Saturday, May 20, 2006

Just came home from the ALF where I attended Sebastian Peake's talk about his father, Mervyn Peake, and the work of this prolific artist and writer.

I had to think of this thing someone on a mailing list said about how our experiences shape our writing. Sebastian Peake spoke of how his father's work was influenced a great deal by the childhood years that he'd spent in China. Mervyn Peake's father was a missionary doctor, the first western doctor in China, and Mervyn Peake was born there. It was an amazing and inspiring insight into the life of this man whose work is only now achieving the recognition it so deserves.

I couldn't help but be moved by the stories Sebastian told. It's certainly given me an insight into how children perceive parents who are engaged in art and the pursuit of art.

How amazing to hear that Mervyn Peake would sometimes only be paid 5 pounds or 10 pounds for a commissioned drawing. That isn't much, is it? He made a rough estimate of 100,000 drawings in his lifetime. Submitted about 600 drawings to his publisher for the first book, Titus Groan, of which only 12 were recovered. When he died, Tate Gallery bought his body of work from Sebastian's mom for the sum of 1,500 pounds. Today, a single drawing/painting by this great man is worth something like 600-1200 pounds a piece. Think about that.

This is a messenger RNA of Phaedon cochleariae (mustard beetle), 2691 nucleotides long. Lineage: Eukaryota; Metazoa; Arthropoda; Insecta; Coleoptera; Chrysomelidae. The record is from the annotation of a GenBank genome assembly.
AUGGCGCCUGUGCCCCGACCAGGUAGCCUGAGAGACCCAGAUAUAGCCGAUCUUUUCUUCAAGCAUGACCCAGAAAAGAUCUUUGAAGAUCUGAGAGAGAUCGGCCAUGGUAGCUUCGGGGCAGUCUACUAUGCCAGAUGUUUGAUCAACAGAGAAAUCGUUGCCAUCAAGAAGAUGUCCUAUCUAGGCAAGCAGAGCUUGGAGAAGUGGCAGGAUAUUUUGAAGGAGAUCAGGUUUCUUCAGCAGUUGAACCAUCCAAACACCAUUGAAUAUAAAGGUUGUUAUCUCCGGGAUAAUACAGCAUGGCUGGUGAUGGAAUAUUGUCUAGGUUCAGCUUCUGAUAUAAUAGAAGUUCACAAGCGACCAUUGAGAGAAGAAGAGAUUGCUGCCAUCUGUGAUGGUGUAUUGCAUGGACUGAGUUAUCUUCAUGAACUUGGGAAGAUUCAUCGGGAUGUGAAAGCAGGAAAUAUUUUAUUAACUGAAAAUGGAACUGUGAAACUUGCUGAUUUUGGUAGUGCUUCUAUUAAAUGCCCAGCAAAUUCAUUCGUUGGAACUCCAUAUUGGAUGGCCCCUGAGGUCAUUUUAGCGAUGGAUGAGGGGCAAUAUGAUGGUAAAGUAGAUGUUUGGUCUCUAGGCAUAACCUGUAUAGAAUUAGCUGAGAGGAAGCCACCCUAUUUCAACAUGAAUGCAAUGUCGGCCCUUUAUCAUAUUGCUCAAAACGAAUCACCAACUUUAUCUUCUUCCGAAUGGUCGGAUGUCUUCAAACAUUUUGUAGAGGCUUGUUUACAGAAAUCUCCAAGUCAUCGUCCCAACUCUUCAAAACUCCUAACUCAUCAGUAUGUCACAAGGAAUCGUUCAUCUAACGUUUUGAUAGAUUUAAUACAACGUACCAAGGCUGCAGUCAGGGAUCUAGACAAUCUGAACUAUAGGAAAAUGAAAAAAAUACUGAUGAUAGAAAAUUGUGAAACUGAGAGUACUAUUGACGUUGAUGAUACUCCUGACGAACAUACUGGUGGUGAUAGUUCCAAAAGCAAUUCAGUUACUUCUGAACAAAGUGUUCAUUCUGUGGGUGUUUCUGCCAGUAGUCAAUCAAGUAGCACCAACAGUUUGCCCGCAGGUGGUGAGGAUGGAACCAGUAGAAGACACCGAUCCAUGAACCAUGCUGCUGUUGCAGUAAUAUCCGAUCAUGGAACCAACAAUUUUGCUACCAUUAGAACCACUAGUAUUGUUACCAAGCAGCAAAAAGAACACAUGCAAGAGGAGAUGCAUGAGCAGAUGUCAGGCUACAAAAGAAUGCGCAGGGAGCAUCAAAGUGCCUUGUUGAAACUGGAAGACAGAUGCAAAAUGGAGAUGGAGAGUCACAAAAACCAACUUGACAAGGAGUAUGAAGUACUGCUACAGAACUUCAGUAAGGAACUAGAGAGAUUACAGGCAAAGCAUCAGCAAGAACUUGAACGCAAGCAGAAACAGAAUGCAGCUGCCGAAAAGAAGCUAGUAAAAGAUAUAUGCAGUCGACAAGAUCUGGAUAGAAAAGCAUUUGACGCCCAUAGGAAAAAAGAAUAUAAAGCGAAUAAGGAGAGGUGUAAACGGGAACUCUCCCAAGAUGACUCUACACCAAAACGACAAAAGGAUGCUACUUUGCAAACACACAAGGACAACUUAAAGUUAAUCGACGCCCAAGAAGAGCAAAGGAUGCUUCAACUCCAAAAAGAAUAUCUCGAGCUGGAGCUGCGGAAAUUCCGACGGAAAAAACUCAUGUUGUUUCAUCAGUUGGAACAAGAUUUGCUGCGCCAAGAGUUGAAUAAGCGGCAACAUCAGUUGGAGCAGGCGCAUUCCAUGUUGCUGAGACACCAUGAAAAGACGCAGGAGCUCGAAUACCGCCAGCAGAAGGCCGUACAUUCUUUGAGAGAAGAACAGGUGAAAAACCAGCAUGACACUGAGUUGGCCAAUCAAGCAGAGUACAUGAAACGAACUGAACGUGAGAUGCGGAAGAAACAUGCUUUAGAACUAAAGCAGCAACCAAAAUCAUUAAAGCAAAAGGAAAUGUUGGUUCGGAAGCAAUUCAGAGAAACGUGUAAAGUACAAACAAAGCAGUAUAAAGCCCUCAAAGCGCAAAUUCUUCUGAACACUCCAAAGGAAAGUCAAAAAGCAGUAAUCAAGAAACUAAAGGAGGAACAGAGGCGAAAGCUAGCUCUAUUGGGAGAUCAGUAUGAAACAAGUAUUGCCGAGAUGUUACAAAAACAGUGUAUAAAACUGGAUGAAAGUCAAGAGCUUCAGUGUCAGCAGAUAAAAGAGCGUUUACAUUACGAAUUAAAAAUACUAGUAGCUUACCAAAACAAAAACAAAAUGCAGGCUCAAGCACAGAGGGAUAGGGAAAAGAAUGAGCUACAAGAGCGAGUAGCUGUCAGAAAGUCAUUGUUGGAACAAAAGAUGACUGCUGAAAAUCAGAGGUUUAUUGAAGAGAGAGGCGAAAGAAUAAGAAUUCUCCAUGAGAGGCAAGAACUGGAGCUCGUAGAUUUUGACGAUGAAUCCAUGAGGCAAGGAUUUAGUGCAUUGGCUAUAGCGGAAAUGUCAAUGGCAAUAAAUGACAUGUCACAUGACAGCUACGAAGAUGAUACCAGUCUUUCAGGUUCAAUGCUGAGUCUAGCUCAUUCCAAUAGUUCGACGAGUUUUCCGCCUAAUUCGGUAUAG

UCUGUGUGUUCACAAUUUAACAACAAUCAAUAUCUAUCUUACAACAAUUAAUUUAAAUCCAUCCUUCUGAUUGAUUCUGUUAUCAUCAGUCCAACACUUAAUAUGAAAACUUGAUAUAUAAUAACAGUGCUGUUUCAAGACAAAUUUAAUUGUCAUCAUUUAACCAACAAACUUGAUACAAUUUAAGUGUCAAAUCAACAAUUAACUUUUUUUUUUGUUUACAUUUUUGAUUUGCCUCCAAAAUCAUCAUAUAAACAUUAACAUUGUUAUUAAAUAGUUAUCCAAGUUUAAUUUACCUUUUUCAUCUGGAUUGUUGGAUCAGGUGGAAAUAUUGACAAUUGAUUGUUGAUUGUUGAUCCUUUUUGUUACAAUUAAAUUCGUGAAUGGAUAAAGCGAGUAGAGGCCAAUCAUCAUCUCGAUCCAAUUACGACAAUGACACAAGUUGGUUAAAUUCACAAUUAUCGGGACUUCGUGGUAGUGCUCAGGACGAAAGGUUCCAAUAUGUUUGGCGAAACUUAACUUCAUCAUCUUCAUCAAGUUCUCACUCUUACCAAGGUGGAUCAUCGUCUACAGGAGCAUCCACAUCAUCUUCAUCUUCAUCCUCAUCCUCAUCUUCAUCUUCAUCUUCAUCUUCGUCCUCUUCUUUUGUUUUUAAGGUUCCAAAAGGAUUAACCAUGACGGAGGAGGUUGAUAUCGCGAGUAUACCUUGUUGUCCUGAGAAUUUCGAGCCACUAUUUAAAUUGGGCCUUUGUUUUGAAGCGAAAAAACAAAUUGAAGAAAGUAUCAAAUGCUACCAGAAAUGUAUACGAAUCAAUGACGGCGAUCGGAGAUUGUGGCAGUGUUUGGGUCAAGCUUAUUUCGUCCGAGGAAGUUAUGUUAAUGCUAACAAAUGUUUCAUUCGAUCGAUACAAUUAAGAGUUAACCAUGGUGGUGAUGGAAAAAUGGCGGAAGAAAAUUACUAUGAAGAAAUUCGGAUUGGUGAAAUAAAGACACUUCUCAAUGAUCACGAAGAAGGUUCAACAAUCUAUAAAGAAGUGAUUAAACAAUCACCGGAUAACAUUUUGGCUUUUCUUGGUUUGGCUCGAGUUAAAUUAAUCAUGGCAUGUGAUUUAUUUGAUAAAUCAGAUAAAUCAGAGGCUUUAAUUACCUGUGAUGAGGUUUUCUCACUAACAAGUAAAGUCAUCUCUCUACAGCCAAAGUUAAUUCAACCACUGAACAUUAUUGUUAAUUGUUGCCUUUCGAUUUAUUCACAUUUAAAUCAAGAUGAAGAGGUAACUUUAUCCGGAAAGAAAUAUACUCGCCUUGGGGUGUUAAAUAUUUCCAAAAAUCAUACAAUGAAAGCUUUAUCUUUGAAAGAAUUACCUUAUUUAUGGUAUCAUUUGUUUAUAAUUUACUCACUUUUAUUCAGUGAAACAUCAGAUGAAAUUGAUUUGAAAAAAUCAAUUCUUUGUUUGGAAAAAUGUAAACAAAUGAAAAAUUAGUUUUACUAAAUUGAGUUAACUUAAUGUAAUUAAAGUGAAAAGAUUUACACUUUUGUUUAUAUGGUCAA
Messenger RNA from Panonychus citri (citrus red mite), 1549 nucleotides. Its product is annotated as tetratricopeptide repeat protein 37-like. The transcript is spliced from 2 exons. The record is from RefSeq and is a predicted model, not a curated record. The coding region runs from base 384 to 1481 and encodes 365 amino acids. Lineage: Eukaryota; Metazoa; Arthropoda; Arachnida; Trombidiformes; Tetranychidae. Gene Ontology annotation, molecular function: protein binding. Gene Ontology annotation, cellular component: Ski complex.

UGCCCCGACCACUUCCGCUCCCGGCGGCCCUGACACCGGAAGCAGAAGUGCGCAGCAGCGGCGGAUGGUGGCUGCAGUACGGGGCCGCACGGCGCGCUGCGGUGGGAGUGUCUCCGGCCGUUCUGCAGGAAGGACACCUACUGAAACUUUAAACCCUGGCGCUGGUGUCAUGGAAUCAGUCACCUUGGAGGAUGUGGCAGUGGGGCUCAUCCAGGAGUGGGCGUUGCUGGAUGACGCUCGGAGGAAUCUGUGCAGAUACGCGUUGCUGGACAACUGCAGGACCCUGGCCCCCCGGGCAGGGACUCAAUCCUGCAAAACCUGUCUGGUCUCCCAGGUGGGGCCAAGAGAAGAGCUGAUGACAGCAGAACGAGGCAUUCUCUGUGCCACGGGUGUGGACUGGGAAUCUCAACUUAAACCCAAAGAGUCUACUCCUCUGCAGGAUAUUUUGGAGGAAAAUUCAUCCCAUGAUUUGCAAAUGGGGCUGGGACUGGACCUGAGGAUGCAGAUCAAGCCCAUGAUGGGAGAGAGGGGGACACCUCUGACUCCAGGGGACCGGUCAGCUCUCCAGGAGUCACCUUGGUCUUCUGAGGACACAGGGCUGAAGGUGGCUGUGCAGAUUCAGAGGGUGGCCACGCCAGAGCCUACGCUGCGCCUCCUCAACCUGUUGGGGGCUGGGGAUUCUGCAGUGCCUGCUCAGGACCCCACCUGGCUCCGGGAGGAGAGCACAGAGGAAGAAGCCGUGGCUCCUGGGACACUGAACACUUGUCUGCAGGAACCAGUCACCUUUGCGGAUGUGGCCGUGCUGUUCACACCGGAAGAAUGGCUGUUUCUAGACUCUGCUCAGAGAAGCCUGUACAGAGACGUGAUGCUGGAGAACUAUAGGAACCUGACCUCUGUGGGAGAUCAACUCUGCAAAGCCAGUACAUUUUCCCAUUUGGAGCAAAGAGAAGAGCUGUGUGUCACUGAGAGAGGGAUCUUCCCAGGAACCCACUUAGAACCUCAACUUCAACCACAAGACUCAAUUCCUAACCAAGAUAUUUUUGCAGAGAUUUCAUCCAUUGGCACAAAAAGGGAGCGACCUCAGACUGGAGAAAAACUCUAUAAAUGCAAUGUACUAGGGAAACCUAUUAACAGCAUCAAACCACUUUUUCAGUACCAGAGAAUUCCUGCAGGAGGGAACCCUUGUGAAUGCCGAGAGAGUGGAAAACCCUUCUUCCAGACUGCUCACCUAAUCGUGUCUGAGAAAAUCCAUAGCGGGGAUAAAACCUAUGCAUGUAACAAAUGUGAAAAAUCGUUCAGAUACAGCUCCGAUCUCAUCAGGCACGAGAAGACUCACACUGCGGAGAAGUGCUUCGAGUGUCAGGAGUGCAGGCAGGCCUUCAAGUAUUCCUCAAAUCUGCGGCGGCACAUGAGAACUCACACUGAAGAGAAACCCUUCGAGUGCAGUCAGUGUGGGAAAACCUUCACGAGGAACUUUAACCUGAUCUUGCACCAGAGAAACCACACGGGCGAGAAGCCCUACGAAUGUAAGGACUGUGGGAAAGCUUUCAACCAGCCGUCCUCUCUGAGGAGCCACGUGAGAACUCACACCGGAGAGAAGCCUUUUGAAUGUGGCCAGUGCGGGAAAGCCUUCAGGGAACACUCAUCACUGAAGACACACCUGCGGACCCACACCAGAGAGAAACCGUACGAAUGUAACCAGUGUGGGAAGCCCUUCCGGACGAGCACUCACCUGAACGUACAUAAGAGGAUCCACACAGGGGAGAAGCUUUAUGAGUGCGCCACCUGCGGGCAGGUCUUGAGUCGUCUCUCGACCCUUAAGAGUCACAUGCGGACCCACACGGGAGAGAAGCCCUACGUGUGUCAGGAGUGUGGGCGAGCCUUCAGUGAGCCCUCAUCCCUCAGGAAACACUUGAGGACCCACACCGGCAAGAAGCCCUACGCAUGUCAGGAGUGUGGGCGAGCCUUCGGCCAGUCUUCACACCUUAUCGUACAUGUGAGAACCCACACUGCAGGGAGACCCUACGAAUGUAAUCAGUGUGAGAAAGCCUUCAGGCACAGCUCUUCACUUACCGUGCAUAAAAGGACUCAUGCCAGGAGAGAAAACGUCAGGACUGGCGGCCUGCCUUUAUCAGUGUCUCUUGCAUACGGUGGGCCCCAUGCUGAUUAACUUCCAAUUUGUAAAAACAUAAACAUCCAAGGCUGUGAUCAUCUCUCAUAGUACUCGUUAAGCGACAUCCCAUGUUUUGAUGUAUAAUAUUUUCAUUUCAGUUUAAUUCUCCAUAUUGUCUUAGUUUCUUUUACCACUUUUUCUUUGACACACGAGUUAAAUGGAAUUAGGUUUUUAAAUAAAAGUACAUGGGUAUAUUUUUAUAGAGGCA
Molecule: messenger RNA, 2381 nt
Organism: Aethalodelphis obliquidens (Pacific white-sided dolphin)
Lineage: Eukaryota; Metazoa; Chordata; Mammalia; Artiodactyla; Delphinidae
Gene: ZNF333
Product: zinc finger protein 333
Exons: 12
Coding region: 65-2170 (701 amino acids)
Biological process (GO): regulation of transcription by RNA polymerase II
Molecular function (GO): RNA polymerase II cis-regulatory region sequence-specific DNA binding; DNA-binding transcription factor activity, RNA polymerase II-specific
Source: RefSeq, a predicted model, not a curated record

I'd go get me some art, if my babysitting fortune wasn't being swallowed up by all the enticing books you lovely people are bringing out. I have a wishlist, but each time I check one book off the list, another one comes on.

Came home to discover that has finally delivered. Phew. What a wait! I now hold in my hands a copy of Bino Realuyo's award winning work . It certainly is worth the wait though. Oh you lucky, lucky people. Not only is The Gods we worship live Next Door readily available , you also get to hear the poet read aloud in person.

How a live reading adds a new dimension to the work: I still hear Valerie Mason-John's astounding voice each time I open the first chapter of Borrowed Body. And each time I read a scottish sounding tale, I can't help hearing Neil Cocker's voice like a memory tape rewound by my inner ear.


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